The brouhaha over at Theranos — the blood testing's company's CEO is facing a potential ban from running a lab by regulators — may make investors unwilling to take a chance on other diagnostic technologies, writes Steve Brozak, the president of WBB Securities, at Stat News.
Theranos, he notes, provided a compelling story as CEO Elizabeth Holmes dropped out of Stanford at age 19 to develop a company based on a technology that she said could change how blood testing is done. "Holmes was heralded as an iconoclast who would upend entrenched companies. Her story captivated the investor community, and her private company was quickly valued at several billion dollars," he says.
Brozak noted that, traditionally, investors haven't been as keen to invest in diagnostics as in therapeutics, because the returns were not as lucrative. And now with Theranos' troubles, he says it is taking attention away from other companies in the space that are also trying to improve and speed up diagnostic testing. For instance, Brozak notes that Lexington, Massachusetts-based T2 Biosystems (a company that is part of the GenomeWeb Index) has been developing a magnetic resonance imaging-based test to uncover fungal pathogen signatures in four hours, rather than the days that blood cultures take. Such a quick turnaround time, he says, would enable physicians to identify the fungus more quickly and prescribe more specific drugs.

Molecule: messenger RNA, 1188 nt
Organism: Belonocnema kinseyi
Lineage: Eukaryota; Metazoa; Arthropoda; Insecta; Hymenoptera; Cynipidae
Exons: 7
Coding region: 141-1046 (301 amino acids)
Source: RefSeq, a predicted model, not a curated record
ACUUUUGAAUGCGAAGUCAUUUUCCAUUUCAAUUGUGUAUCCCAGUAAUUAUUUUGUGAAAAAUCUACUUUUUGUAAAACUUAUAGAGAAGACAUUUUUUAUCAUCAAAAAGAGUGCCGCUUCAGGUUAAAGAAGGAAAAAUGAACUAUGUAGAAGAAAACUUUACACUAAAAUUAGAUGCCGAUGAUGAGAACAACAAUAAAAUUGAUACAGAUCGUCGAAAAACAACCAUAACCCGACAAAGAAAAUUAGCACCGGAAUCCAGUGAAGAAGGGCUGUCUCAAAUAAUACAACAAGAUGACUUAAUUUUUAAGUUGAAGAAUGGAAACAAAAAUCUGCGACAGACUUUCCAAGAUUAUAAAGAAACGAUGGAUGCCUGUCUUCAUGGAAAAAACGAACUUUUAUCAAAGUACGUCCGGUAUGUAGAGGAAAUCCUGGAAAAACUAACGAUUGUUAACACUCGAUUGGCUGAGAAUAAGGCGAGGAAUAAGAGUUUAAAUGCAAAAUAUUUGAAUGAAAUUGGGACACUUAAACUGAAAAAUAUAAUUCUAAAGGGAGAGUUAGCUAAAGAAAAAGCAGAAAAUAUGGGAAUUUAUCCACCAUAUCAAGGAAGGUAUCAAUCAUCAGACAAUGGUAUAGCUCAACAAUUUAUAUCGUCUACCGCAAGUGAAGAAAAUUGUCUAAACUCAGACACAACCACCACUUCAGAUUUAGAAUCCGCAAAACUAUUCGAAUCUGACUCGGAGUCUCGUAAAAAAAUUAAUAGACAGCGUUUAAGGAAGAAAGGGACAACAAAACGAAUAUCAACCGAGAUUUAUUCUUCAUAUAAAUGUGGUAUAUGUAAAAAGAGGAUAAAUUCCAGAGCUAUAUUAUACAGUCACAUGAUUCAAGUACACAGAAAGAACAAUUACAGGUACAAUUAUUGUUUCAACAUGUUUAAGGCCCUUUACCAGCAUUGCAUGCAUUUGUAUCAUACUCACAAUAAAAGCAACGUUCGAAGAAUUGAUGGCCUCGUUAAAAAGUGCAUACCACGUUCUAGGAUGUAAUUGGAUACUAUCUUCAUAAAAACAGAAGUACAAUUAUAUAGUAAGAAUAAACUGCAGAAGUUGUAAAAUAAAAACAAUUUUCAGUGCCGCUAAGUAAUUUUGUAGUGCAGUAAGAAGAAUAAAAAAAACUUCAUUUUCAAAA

Though T2 Biosystems' device is in use at some hospitals, Brozak says that other companies might not be as lucky in the current climate. "It's a shame that the fallout from Theranos will almost certainly make it difficult for diagnostic companies to raise capital long after we stop talking about its enigmatic founder's fall from grace," he adds.